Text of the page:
retail news in context, analysis with attitude

On Sunday's "Last Week Tonight" on HBO, John Oliver took aim at the meat business - not, as he said, to talk about "the grim conditions that animals face in factory farms," but rather to focus on "the grim conditions humans are facing working in meat-packing facilities."

It is tough stuff.  Example:  the story shows footage of a worker at a Smithfield plant who takes off his gloves, relieves himself under the production line where he is working, then puts his gloves back on and goes back to work.  (First of all, I guess we can all be glad he was wearing gloves.  Second, this is not an allegation.  Smithfield conceded that's what he did.  They suspended him.)

It is worth watching the "Last Week Tonight" segment even if you don't like John Oliver or disagree with his take on things, largely because this image of America's meat packing facilities is one that is gaining traction, and people who sell this stuff need to know it … if only to be prepared for when customers ask questions, or when the next industry scandal hits.  The industry likes to put out reports that explore "shopper perceptions, attitudes and behaviors regarding meat and poultry," but maybe it needs to focus more on some of the core issues raised in this segment.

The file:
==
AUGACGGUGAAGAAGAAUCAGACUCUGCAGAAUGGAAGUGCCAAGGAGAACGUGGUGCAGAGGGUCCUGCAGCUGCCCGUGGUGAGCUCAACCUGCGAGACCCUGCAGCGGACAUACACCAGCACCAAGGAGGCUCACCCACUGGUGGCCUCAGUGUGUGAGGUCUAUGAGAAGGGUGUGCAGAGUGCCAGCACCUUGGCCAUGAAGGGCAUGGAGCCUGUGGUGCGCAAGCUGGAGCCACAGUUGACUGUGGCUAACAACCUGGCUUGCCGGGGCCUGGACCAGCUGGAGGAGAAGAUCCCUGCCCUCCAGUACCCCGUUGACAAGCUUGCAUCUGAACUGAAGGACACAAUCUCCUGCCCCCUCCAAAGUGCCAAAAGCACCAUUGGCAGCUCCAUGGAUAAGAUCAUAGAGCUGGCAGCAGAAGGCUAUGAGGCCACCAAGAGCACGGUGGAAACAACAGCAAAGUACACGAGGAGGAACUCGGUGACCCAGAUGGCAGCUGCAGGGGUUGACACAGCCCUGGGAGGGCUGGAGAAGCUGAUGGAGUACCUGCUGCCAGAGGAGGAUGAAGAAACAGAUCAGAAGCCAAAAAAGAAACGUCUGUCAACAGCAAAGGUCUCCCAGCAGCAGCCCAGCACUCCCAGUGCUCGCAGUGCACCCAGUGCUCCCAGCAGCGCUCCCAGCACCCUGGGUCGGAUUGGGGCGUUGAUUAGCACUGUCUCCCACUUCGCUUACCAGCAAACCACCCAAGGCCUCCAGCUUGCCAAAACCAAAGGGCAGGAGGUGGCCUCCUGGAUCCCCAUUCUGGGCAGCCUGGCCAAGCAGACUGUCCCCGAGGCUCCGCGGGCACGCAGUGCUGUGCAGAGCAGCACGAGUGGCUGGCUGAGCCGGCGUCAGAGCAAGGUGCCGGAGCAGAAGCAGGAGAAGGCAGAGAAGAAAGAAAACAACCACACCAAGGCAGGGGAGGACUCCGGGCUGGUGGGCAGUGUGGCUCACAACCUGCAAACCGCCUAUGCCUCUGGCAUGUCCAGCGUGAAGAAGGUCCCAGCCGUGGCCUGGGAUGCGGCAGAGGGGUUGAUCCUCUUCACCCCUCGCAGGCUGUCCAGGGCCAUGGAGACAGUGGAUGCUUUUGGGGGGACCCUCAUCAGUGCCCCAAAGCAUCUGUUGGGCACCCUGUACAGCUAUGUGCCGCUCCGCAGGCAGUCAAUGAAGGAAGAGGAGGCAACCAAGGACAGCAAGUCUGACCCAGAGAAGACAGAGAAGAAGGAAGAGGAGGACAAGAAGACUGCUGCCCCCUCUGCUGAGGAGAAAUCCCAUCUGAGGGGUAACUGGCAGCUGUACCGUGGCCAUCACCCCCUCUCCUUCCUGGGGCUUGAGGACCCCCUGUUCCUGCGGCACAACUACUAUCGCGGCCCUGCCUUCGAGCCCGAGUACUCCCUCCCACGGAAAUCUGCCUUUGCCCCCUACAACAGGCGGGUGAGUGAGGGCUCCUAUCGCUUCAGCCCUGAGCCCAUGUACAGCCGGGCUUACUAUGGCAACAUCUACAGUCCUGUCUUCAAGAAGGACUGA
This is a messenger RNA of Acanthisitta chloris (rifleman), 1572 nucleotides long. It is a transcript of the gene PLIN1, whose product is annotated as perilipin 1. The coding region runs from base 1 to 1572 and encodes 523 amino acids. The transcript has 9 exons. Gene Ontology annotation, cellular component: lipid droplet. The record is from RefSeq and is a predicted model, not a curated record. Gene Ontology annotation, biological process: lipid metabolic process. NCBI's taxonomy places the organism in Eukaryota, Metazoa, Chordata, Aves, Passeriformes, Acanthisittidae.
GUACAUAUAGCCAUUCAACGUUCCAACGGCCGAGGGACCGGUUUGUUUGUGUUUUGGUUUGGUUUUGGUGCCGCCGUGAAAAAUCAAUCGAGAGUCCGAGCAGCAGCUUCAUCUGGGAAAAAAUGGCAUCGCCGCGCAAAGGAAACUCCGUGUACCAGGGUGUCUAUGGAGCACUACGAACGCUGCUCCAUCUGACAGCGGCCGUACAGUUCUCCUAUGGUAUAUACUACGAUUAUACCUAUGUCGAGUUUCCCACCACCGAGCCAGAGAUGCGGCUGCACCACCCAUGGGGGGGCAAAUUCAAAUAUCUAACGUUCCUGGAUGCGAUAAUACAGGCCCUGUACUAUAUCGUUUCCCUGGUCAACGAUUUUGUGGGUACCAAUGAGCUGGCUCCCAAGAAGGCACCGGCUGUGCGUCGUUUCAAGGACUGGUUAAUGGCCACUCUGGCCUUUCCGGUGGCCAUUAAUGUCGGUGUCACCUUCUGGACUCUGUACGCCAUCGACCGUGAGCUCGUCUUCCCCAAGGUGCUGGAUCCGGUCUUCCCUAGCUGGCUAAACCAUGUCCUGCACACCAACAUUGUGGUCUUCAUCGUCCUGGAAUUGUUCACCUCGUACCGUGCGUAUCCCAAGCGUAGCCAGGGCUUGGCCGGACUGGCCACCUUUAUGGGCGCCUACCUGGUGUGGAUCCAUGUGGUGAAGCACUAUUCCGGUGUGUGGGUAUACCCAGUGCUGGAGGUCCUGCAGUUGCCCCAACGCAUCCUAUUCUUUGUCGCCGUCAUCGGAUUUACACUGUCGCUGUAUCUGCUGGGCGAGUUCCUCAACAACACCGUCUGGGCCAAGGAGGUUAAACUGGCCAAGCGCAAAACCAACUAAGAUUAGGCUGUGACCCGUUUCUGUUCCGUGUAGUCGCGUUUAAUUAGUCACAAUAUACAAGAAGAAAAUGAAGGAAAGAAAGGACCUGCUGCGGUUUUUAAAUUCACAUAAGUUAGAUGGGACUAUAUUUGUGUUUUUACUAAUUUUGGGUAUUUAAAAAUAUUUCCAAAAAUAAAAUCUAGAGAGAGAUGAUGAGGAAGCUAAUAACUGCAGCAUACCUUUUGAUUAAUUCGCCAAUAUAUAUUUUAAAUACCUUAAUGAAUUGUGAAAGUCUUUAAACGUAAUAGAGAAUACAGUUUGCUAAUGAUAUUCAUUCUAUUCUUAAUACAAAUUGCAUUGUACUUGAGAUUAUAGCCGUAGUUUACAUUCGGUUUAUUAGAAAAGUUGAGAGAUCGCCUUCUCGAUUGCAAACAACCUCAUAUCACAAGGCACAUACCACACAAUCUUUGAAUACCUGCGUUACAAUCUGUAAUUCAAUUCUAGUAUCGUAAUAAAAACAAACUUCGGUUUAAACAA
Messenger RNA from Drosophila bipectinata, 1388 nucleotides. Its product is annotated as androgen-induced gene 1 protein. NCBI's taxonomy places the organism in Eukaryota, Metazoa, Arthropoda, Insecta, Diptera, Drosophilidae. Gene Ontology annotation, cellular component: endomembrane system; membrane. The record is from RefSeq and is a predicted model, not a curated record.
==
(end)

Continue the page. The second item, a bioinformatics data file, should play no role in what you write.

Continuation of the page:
It may be John Oliver … but there is very little funny about it.

Note:  As with all John Oliver/"Last Week Tonight" segments, profanity is used not just for punctuation, but also as nouns, verbs and the occasional adjective.  So be careful where and how you play it - this segment definitely NSFW.